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Under Japanese law, if the judges have a reasonable doubt as to the defendant’s guilt they are obliged to render a verdict of not guilty.

If found not guilty, the defendant must be compensated for his detention by the Japanese government. If found guilty, those guilty of relatively minor offenses may receive a sentence of imprisonment whose execution is suspended for one to five years. This is possible if the sentence to be suspended is less than three years in prison or a fine less than 200,000 yen, and at least five years have elapsed since the completion or remission of any previous sentence.

If an individual receiving a suspended sentence is convicted of no other offenses in Japan during the time of suspension, the original sentence would be remitted. If, however, they were to commit another offense in Japan during the time of suspension, they would have to serve both the initial sentence and the new sentence. Those receiving heavier sentences will serve their sentence or pay their fine in Japan.

If an individual has strong ties to Japan and a valid visa status, he/she may be allowed to remain in Japan after receiving a suspended sentence, if a Japanese national acts as his/her sponsor with the Immigration authorities.  However, those with drug-related convictions will generally be deported.  Even if you are released after receiving a suspended sentence, you may not be able to renew your immigration status later, and eventually may be deported. Those without strong ties to Japan and whose visa status has expired would be deported after their conviction.

Similarly, an individual convicted and sentenced to actual imprisonment would have the same options after release from prison. Those with strong ties and a willing sponsor in Japan could be permitted to remain while others would be deported after their release from prison. Deportation in Japan is at the deportee’s own expense.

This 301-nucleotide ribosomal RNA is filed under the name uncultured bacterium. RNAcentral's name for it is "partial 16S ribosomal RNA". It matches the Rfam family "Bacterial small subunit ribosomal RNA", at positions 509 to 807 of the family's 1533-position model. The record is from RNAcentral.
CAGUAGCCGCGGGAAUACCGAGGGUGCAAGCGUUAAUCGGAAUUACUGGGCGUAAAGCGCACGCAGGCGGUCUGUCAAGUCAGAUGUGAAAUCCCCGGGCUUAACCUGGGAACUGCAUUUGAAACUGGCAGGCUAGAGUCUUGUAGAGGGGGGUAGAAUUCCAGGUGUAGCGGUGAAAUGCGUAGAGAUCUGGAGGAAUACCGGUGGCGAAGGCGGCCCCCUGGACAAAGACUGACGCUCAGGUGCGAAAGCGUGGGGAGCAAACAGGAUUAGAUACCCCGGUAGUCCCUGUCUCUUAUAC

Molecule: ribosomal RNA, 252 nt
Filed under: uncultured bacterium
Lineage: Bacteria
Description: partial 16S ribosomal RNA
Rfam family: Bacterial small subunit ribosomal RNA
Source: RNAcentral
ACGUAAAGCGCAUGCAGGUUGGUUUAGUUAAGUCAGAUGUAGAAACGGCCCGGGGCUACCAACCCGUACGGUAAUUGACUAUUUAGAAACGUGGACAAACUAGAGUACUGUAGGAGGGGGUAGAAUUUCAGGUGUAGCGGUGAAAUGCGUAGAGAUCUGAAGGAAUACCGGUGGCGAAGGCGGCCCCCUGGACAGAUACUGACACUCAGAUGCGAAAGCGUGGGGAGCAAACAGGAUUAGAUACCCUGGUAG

Under some circumstances, U.S. citizen prisoners  may be able to serve part of their sentence in the U.S. instead of in a Japanese prison. Follow this link to learn more about Prisoner Transfer.


If a sentence includes a fine as well as imprisonment, the prisoner will be detained until the fine is paid. If they are financially unable to pay the fine, they could substitute additional imprisonment for the money at a rate of one day’s extra imprisonment for each 5,000 yen – 20,000 yen of the fine.  This rate will be determined by the judge.


After conviction in the court of first instance, a defendant has two weeks in which to submit a written request for an appeal (koso). After receiving a request for an appeal, the court will set a deadline for the defendant and his/her lawyer to submit a formal statement (Koso-Shuisho) of the basis for the appeal to the appropriate High Court. In a Koso appeal, the High Court will re-examine the facts of the case to determine if they support the verdict.

One can also request a jokoku appeal to the Supreme Court in which one examines the applicability of the laws and procedures applied in the lower court decision rather than the facts of the case.

The prosecution too has the right to appeal a sentence if they believe it was too lenient or too harsh, or that the defendant should not have been found not guilty. If the defendant appeals, the High Court will not impose a higher sentence. If the prosecutor appeals, the High Court could increase the sentence.

The High Court has the power to reverse a lower court decision, alter the sentence, or return the case to a lower court for retrial. High Court decisions may also be appealed to Japan’s Supreme Court if questions of constitutional law are involved. A defendant may receive partial credit for time served during the appeal process. The amount of credit given for time served is entirely at the discretion of the judge.

There are eight high courts in Japan: Tokyo (for the Kanto area), Nagoya (for the Chubu area), Osaka (for the Kansai area), Fukuoka (for Kyushu and Okinawa), Hiroshima (for the Chugoku area), Takamatsu (for Shikoku), Sendai (for the Tohoku area), and Sapporo (for Hokkaido).

Defendants lodging an appeal are held at the detention prison nearest the high court hearing the appeal, which may involve a transfer from one detention prison to another. Those appealing to the Supreme Court would be held at the Tokyo Detention Prison.